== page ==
25 Years of Hubble

NASA Unveils Celestial Fireworks as Official Hubble 25th Anniversary Image
Source: Hubblesite.org

Happy Anniversary Hubble! Hubble was launched 25 years ago today on 24 April 1990 aboard the Shuttle Discovery on mission STS-31.

The Hubble was deployed on 25 April 1990 and immediately a problem with the optics was noticed and it would take a couple of years to get a correction in place. Once the corrective optics, kind of like “eye-glasses” for the telescope were flown up in December 1993 aboard the Shuttle Endeavour along with a few other upgrades and the repairs were made, the images were stunning.

Hubble has be serviced a few times since and continues to advance our knowledge and will for many more years with any luck at all.

About the image from Hubblesite:

NASA and ESA are celebrating the Hubble Space Telescope’s silver anniversary of 25 years in space by unveiling some of nature’s own fireworks — a giant cluster of about 3,000 stars called Westerlund 2. The cluster resides inside a vibrant stellar breeding ground known as Gum 29, located 20,000 light-years away in the constellation Carina. The comparatively young, 2-million-year-old star cluster contains some of our galaxy’s hottest, brightest, and most massive stars. The largest stars are unleashing a torrent of ultraviolet light and hurricane-force winds that etch away the enveloping hydrogen gas cloud. This creates a fantasy celestial landscape of pillars, ridges, and valleys.

Credit: NASA, ESA, the Hubble Heritage Team (STScI/AURA), A. Nota (ESA/STScI), and the Westerlund 2 Science Team

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Mickiewicz Crater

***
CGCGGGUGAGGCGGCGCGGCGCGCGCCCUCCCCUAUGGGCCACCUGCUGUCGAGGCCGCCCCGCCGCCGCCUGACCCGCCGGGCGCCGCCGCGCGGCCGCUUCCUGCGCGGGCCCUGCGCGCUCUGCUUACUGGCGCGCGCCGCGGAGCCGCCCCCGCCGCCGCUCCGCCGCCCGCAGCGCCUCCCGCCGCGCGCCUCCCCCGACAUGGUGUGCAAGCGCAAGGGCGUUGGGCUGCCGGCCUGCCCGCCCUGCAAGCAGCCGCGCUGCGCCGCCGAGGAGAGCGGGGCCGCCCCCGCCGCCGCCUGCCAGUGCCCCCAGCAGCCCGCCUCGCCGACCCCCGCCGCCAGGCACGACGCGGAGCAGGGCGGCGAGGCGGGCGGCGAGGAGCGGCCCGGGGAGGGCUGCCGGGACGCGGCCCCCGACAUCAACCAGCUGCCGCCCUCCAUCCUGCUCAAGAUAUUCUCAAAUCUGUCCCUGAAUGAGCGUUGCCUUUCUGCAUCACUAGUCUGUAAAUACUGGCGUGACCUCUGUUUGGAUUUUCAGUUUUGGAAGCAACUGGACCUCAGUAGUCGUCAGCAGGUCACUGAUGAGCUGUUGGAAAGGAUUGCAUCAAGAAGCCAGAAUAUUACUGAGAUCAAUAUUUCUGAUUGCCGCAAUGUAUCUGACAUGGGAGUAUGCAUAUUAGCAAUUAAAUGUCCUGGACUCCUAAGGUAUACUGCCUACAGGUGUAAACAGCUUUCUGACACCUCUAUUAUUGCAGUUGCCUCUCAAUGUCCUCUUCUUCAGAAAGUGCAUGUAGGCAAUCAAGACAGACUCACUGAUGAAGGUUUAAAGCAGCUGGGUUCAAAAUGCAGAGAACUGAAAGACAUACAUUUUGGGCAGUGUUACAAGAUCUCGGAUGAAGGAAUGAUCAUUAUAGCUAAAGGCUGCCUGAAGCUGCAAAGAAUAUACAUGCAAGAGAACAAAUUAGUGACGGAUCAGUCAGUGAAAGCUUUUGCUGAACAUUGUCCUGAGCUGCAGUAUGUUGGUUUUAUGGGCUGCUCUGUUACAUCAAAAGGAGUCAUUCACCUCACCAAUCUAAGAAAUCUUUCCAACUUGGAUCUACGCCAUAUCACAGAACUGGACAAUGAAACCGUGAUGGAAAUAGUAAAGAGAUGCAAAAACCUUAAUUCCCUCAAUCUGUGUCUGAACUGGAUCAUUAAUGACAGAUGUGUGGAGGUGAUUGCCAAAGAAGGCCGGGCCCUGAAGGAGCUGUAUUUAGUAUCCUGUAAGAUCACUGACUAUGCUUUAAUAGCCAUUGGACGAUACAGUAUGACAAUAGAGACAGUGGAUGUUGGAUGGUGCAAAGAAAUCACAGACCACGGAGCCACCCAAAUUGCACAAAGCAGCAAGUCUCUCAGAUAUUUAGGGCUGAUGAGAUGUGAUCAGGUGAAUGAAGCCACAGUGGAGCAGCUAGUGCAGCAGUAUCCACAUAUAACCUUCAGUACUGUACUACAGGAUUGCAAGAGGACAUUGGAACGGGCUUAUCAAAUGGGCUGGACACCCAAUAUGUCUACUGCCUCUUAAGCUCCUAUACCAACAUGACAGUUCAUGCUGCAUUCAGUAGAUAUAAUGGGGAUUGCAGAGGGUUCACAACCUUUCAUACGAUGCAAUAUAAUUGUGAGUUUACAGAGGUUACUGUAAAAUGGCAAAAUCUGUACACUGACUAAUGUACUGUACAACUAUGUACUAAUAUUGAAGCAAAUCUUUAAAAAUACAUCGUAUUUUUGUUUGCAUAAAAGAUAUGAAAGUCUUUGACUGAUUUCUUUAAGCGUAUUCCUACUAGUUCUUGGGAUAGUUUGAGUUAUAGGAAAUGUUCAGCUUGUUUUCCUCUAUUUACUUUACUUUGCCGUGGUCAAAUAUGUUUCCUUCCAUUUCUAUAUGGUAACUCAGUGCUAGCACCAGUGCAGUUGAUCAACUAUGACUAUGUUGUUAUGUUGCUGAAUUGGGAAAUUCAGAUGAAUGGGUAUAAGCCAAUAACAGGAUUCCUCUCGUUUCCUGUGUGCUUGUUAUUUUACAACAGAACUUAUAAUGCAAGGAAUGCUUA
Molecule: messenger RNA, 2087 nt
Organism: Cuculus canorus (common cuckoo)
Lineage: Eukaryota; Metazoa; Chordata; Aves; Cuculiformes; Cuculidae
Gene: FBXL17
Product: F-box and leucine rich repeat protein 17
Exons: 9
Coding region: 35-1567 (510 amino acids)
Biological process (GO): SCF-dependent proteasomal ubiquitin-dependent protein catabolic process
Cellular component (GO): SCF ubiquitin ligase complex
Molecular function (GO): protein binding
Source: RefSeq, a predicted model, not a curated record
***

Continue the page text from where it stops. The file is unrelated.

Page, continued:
messengersecondaries

This picture of Mickiewicz crater on the planet Mercury from the MESSENGER spacecraft. will be one of the last from the spacecraft as it spirals in towards the planet surface.

This particular image was acquired on 21 April 2015 with the Narrow Angle Camera. The image scale is only 5 km / 3 miles across and the resolution is 5 meters/pixel and every day the resolution is increasing as the spacecraft’s altitude decreases.

The impact is very close. After a successful Orbit Correction Maneuver planned for tomorrow (24 April 2015) the MESSENGER spacecraft will impact the surface of Mercury on 30 April 2015 between 19:25 and 19:30 UTC. That time is just a good estimate, impact time depends on how the correction maneuver goes and could be either a bit earlier or even up to one orbit later (8.3 hours). The time will surely be more certain after the correction maneuver tomorrow.

Impact confirmation will be the inability to establish communication between the spacecraft and Earth-based tracking systems.

Credit: NASA/Johns Hopkins University Applied Physics Laboratory/Carnegie Institution of Washington

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Lyrids Meteor Shower

Hopefully tonight you have clear skies because it’s time for the Lyrid meteor shower.

Actually the shower goes from about 16 April to 26 April and tonight should be near the peak. The meteor rate is usually about 10 per hour with occasional outburst years of over 100 per hour.